The present shortage of transplant organs has resulted in an increased use of extended criteria donor allografts.1 One of the largest potential sources for these extended criteria allografts is the pool of organs procured from people who donate after cardiac death (DCD).2-9 One of the limitations with this type of organ is the increased risk for biliary necrosis compared with standard criteria donor allografts, because bile ducts are particularly susceptible to perfusion/reperfusion injury.10,11 Some of the identified risk factors for ischemic cholan-giopathy in this setting include prolonged warm ischemia (>30 minutes), prolonged cold ischemia (>8 hours), protracted intraoperative course during implant, and some demographic factors such as donor age >60 years or morbid obesity.12-15 The risk for graft loss due to primary nonfunction seems only slightly elevated compared with other types of extended criteria allografts. There have been several attempts to improve outcomes of clinical liver transplants of DCD allografts, including administration of heparin, oxygen free-radical scavengers, and fibrinolytics.5 Also, rapid cannulation techniques have been the focus of recent research.16 Cold and warm machine perfusion are new exciting techniques and are in clinical use.1,17 At least 1 study has proposed the use of a low-viscosity perfusion solution for aortic perfusion and University of Wisconsin (UW) solution to flush the graft via the portal vein.18 The noncolloidal histidine-tryptophan-ketoglutarate solution may have advantages over the highly viscous UW solution in these donors.19-21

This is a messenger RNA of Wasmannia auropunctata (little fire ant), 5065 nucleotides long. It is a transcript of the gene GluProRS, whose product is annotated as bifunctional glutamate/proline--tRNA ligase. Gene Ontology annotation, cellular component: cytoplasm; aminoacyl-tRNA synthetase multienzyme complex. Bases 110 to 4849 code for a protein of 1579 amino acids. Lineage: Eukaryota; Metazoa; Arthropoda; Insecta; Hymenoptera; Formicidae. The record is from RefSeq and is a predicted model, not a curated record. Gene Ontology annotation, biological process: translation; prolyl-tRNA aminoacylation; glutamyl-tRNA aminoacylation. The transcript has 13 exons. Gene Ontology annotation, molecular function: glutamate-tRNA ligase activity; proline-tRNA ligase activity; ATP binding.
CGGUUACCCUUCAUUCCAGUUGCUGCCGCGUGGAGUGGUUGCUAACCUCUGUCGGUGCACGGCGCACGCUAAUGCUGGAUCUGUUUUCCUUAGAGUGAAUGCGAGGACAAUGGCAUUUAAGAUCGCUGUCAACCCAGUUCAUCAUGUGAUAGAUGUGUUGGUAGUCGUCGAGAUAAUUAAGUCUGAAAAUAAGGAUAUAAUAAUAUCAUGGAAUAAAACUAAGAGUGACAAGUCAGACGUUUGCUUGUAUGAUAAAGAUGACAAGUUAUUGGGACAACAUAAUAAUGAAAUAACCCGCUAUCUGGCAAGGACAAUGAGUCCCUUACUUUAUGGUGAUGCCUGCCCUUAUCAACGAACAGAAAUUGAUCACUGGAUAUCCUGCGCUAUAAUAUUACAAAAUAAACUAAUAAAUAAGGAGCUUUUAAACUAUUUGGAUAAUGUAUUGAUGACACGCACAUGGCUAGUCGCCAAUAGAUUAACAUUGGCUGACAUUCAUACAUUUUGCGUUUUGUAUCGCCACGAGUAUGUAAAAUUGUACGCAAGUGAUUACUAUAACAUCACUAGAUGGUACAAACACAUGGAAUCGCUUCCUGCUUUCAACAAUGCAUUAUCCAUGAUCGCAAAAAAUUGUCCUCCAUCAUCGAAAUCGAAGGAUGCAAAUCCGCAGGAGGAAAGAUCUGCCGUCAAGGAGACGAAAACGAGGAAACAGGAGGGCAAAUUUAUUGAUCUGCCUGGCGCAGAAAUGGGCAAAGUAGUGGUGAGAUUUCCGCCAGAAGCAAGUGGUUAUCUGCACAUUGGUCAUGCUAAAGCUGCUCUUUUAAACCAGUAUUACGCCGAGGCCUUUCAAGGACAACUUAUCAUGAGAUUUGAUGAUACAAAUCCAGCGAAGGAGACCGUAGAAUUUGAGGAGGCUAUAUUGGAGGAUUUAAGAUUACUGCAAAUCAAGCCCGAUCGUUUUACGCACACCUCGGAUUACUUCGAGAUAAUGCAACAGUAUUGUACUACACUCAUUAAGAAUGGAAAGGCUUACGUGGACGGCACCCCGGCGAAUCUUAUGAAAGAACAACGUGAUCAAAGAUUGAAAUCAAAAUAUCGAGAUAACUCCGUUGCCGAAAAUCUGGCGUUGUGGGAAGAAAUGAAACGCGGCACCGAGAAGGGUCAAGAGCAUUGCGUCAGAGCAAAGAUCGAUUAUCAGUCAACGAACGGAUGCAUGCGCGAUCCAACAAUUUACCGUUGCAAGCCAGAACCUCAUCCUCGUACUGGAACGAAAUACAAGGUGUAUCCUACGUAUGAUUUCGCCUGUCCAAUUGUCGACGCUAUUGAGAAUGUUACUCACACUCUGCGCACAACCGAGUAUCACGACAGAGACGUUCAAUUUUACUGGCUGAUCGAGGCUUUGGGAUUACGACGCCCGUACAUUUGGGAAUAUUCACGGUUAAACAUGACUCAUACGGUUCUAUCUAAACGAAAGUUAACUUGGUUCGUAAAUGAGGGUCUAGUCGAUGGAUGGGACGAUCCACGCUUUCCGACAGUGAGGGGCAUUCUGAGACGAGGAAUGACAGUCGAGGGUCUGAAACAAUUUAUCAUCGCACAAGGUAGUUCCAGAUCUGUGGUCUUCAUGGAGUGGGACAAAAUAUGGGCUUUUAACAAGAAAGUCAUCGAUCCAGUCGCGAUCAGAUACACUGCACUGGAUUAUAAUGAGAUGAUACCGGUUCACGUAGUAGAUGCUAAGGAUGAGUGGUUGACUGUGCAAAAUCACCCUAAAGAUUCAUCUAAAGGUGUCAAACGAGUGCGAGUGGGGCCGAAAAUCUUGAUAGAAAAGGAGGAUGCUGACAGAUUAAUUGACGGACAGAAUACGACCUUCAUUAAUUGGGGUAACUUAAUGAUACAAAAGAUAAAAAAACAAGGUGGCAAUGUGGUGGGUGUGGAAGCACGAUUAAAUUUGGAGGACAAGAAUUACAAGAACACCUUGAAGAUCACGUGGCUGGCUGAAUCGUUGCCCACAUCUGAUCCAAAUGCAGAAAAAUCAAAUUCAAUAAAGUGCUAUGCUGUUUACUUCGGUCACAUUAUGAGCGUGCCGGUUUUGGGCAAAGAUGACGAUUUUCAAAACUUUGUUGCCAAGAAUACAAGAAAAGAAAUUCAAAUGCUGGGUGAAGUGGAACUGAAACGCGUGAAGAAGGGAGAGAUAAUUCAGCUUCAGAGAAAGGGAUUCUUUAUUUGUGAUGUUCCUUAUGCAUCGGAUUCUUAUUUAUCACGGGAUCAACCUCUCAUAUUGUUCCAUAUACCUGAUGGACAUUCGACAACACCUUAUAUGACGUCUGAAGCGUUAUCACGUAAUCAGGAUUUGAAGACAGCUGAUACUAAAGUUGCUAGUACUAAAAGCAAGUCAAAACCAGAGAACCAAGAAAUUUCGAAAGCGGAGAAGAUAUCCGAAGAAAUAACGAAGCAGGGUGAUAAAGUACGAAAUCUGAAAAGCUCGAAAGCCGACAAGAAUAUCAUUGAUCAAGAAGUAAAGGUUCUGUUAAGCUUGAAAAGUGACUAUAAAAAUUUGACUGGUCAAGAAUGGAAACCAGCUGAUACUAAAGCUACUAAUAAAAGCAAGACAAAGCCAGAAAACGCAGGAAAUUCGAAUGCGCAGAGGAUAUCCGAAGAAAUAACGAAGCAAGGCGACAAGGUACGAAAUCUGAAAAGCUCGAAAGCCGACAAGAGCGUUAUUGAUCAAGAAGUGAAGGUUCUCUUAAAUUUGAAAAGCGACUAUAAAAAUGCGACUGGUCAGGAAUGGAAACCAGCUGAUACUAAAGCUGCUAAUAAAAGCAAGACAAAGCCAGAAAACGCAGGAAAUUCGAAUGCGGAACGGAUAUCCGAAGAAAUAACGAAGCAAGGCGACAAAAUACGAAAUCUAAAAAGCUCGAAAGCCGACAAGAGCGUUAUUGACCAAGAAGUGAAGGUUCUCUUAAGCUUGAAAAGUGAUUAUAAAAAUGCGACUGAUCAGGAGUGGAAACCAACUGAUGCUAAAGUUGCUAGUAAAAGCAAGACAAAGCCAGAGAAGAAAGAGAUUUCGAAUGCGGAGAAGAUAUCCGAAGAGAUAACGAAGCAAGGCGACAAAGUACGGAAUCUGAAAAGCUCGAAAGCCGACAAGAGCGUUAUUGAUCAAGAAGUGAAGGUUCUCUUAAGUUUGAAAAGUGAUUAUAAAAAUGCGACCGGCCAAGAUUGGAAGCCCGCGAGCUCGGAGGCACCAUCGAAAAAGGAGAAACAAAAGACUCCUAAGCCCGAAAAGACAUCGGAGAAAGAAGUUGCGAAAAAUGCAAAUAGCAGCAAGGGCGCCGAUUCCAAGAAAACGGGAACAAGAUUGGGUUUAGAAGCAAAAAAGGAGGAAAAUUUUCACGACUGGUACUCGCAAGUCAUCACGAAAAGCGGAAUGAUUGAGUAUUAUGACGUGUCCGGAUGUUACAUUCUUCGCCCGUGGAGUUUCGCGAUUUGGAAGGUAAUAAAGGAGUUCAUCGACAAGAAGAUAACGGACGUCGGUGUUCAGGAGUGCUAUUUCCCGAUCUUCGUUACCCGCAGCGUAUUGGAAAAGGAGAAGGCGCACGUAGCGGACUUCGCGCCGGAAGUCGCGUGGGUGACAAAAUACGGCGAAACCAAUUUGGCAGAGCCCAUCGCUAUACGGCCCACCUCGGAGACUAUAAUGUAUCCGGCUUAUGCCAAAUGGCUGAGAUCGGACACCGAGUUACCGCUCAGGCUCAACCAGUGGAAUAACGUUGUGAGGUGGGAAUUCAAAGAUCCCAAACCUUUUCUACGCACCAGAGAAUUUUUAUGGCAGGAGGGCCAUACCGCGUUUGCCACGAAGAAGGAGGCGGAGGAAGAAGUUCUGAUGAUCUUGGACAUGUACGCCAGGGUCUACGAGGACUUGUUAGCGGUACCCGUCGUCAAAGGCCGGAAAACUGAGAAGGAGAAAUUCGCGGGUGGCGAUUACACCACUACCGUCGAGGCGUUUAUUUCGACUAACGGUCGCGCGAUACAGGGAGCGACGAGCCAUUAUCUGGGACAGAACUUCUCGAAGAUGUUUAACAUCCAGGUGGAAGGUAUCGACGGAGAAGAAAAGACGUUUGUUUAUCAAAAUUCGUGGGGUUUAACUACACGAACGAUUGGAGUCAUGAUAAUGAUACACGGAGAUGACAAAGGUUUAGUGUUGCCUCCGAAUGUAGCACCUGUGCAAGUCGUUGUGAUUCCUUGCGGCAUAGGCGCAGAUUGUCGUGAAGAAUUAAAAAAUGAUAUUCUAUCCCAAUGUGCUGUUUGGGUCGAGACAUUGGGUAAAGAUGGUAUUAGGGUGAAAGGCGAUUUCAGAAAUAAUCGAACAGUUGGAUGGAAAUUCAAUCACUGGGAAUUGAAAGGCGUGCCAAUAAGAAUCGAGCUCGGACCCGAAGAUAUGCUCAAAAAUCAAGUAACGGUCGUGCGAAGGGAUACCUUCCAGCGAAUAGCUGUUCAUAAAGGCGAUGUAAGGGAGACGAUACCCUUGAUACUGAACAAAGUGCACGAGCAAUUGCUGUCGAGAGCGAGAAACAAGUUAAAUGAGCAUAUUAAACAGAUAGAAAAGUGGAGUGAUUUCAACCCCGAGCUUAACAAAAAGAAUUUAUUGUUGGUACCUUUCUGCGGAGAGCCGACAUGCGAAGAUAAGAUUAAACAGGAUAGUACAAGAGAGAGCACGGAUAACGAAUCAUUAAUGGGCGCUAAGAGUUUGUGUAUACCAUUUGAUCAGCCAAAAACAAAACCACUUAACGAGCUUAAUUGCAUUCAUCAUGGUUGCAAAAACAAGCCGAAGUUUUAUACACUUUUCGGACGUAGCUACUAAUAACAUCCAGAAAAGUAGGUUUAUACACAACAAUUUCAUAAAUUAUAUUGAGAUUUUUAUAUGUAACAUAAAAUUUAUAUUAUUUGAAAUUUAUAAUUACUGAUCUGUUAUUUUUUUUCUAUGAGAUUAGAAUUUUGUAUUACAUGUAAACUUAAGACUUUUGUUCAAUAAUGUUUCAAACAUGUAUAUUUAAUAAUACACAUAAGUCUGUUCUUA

As a standard, most centers perform simultaneous aortic and portal perfusion; however, it is not clear if simultaneous portal perfusion is necessary.9,22-24 For DCD liver allografts, recent data seem to favor simultaneous aortic and portal perfusion.9,25,26 An alternative method is rapid aortic cannulation and perfusion followed by aortic cross-clamping and venous drainage with secondary cannulation of the portal system and perfusion within a few minutes. Aortic perfusion at the operating table followed by back-table portal perfusion is another option.